Pat this thing dry. No leaking water. As dry as it can be. Now this is when you need to put your signature pastrami rub on the brisket. Pay attention to the fat side. You’ll need to reference this later when you put it in the smoker and in the cool down stage. After liberally rubbing it down with the a rub concoction of black pepper and coriander you’ll let it sit in the fridge for a day. At 17lb’s, I went for two days. You’ll want to flip it every 12 hours or so. Did you remember which side was fat side? As mentioned earlier, I went with a super simple rub this time. I wanted a black pepper wallup! Here’s my rub mixture on this particular cook.

4 TBSP Crushed Black Pepper
2 TBSP Coarsely Ground Black Pepper
2 TBSP Garlic Powder
2 TBSP Ground Coriander

That’s it. Now the big boys, like Katz’s run with a more complex mixture which I highly recommend. This is how you blow your family and friends away with the flavors. Seriously the below, goodness.

4 TBSP Coarsely Ground Black Pepper
2 TBSP Ground Coriander
1 TSP Mustard Powder
1 TBSP Brown Sugar
1 TBSP Paprika (just for color)
2 TSP Garlic Powder (I am a garlic lover, I’d go with a TBSP)
2 TSP Onion Powder

All in all, experiment with what you like or you think will work. The only two spices that are mandatory are black pepper and coriander for pastrami.

Applying Pepper, Coriander, and Garlic rub on Corned Brisket
Applying Pepper, Coriander, and Garlic rub on Corned Brisket
Applying Pepper, Coriander, and Garlic rub on Corned Brisket
Applying Pepper, Coriander, and Garlic rub on Corned Brisket
Corned Brisket rubbed and ready for fridge
Corned Brisket rubbed and ready for fridge

Something I thought of but didn’t picture is using parchment paper in the bottom of the Tupperware holder. The brisket will get moist and sometimes the rub clumps off or rubs off on the container. I put parchment paper in the bottom and on top of it so when I flipped the brisket every 12 hours the rub didn’t come off. You can use a bag or any type of container, just make sure it is sealed and you flip it every now and again (the weight of the meat will help the rub adhere) Now cover it up and put in fridge for 24 hours for anything up to 10 lbs. Up to 20 lbs go for two days. Flipping every 6-12 hours.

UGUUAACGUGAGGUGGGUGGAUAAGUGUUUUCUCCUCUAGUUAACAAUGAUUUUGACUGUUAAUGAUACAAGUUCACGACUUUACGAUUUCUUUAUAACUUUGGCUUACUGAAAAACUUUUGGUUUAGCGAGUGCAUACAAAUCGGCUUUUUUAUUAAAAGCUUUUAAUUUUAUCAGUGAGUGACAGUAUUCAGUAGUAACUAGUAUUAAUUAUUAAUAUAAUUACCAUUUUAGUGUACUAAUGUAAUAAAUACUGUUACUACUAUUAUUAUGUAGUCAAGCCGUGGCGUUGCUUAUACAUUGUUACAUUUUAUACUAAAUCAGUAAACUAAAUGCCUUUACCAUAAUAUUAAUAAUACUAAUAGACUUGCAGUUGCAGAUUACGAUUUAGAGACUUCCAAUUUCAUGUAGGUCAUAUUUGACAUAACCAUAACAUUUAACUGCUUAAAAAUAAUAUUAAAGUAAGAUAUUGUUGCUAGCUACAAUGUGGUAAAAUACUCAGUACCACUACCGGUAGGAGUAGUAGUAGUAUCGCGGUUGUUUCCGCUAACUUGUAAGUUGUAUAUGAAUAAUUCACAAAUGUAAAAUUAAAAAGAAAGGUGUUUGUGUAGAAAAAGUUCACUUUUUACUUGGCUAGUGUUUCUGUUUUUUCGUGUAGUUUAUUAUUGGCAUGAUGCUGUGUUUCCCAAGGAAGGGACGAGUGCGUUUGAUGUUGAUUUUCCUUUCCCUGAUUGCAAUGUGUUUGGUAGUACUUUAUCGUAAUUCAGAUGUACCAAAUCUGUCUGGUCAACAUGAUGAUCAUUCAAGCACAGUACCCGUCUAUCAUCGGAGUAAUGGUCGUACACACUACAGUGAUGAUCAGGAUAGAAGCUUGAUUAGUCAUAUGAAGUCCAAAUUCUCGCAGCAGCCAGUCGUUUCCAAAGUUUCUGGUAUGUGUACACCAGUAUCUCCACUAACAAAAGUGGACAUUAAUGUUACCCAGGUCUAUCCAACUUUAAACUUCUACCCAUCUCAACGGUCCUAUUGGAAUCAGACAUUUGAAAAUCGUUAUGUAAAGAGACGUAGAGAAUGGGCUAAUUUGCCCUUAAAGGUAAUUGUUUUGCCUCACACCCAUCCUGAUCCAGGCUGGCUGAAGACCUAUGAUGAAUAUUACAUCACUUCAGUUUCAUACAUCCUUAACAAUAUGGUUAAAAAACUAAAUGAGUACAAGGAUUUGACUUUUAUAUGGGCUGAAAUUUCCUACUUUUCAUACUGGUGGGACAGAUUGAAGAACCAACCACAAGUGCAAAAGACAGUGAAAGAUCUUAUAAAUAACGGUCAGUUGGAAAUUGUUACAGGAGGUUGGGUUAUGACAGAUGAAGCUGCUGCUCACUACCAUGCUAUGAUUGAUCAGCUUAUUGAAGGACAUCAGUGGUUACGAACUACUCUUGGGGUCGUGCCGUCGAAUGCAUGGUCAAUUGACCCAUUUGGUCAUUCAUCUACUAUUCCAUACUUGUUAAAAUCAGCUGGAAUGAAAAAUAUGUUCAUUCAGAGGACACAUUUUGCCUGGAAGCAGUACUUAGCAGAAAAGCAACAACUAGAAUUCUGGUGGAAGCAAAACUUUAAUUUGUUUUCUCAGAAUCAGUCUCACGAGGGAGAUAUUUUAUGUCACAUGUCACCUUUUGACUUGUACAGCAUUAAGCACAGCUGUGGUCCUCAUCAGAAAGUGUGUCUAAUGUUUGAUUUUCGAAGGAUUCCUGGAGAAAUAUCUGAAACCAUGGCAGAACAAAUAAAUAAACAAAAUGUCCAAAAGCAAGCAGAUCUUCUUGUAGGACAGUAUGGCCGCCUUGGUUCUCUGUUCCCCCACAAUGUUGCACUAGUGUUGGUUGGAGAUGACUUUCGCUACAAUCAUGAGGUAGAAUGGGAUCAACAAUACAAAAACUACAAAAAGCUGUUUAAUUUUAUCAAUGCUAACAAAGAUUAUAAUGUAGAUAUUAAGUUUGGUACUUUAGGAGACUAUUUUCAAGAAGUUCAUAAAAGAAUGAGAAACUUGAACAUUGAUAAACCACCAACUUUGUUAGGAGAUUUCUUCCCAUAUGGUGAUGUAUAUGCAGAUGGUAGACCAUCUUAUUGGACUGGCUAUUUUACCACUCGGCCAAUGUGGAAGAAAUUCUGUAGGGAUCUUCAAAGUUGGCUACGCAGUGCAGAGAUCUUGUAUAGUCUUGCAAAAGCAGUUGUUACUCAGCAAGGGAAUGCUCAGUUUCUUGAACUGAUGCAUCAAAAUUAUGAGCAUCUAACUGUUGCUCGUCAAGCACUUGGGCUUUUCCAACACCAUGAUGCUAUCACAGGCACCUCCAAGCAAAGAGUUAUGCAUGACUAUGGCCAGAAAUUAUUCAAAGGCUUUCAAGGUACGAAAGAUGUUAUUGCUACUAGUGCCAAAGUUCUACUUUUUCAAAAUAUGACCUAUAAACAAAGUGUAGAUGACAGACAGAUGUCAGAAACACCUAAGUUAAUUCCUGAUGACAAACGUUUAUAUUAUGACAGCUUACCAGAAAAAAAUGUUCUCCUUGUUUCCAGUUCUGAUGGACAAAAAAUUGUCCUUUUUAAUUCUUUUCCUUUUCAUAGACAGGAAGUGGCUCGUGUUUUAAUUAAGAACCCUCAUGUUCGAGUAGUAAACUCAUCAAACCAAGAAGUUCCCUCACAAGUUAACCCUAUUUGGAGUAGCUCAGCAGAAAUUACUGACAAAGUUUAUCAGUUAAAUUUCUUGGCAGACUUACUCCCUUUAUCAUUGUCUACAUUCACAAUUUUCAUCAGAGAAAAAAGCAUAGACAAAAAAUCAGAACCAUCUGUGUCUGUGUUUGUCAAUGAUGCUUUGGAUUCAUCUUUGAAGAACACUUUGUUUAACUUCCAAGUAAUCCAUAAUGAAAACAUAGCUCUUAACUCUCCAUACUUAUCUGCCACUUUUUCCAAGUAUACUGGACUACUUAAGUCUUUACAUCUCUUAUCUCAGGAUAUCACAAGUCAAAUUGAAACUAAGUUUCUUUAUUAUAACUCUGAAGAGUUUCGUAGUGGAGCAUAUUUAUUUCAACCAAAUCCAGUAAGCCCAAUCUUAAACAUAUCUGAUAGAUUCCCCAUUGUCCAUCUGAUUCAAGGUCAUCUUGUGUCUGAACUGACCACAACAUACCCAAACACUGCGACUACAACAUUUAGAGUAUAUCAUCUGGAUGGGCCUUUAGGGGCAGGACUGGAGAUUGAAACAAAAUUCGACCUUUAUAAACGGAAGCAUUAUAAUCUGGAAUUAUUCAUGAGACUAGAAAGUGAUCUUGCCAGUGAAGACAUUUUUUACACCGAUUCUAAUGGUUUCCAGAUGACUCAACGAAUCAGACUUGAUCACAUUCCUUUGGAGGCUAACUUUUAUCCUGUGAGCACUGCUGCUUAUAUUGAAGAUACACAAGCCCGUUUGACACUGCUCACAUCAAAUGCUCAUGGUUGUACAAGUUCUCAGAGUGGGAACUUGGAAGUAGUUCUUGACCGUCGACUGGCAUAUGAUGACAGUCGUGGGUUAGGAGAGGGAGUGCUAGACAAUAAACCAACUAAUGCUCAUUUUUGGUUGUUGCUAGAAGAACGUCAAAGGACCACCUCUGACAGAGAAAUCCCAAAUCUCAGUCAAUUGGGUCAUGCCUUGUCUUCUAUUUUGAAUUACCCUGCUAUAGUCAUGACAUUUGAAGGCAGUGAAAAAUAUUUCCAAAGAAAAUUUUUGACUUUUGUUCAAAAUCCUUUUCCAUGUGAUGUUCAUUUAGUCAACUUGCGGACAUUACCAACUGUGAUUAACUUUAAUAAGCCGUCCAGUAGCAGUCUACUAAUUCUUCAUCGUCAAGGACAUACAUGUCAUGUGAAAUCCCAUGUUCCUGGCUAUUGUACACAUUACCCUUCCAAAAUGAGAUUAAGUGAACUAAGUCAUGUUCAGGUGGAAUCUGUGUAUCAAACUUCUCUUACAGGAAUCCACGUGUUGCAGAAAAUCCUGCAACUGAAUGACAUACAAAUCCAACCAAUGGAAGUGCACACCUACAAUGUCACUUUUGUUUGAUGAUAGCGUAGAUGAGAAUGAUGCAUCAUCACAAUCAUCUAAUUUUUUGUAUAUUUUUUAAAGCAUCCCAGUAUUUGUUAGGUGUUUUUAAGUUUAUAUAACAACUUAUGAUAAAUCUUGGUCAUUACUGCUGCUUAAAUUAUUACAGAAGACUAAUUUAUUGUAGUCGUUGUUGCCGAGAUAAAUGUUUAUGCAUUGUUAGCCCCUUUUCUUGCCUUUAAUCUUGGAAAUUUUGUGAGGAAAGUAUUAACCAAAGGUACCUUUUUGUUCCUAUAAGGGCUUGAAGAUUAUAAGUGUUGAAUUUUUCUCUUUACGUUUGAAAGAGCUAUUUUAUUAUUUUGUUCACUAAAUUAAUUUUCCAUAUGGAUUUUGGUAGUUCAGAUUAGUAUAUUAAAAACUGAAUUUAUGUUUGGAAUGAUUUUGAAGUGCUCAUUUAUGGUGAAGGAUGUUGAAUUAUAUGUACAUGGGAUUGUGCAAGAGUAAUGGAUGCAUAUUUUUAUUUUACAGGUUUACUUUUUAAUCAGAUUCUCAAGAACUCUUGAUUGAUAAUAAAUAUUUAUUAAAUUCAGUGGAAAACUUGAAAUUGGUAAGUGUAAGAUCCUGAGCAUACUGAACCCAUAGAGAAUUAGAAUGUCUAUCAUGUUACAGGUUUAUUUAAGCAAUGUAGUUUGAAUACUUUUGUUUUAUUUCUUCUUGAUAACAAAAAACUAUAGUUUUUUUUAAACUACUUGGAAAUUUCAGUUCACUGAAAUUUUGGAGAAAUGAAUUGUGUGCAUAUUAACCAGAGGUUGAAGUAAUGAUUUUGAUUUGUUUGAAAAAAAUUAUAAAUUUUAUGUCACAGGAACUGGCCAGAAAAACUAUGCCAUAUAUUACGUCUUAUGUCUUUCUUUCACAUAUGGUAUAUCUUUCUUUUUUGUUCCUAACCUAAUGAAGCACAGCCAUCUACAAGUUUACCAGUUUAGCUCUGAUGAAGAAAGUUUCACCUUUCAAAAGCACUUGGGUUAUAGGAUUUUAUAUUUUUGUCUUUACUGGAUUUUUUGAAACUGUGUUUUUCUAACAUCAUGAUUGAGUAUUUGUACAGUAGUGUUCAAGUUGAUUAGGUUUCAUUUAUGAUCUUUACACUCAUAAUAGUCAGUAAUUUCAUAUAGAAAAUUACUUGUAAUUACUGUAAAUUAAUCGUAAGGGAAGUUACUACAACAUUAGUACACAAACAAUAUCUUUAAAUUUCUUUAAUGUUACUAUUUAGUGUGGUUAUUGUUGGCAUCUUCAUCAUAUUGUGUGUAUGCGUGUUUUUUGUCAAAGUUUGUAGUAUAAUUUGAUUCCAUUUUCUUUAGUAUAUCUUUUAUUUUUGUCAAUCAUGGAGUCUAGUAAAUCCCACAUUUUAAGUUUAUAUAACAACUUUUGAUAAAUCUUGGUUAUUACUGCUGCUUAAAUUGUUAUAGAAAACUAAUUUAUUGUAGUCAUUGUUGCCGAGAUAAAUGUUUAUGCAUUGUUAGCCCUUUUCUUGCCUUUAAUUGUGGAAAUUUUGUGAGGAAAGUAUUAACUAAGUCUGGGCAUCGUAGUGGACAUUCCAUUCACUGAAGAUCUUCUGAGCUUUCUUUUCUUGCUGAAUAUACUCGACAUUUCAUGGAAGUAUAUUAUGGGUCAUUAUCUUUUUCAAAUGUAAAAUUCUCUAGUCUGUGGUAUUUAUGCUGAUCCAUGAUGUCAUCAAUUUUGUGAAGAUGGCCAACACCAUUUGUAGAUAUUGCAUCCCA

Let’s smoke! Get it out of the fridge and put in the (pre-heated) smoker FAT SIDE UP. You are going to want to aim for a maintained smoker temp of 225*. The time of the cook will be determined by the thickness of the brisket, not the weight. My size brisket warranted about 12 ounces of wood. Pastrami can handle smoke so don’t be worried about over smoking but after about 3-6 hours (depending on size) you  don’t need to worry about it much if it doesn’t smoke anymore. I used hickory. I know I know, personal preference. Most experts like cherry or fruit tree wood when it comes to red meats. I like hickory. A lot. But there are so many flavors in a pastrami, the last thing you’ll notice is what smoke I used. You are shooting for internal temps of 190* to 200*. And don’t worry about not seeing smoke rings. You won’t. The meat was cured already with pink curing salt which has the same contents as the smoke you are hitting it with, nitrate. I used an electric smoker in this case as I can set it up and go to my day job and not worry about maintaining temps. I prefer charcoal. But since this cut of meat (mainly thickness of meat) has so much cooking/smoking time I am not too worried about it not forming a good bark. NOTHING beats charcoal smoking. NOTHING. Shhh, don’t argue, just accept that charcoal is the best smoke you’ll ever have. Charcoal mixed with other things like wood you say? Okay fine, that’ll work. Wood only? Okay, obvious that’s true “smoking” but you can’t have the fire too close. But man, charcoal will turn the bark on this meat into pure magic. Anyhoot, moving on.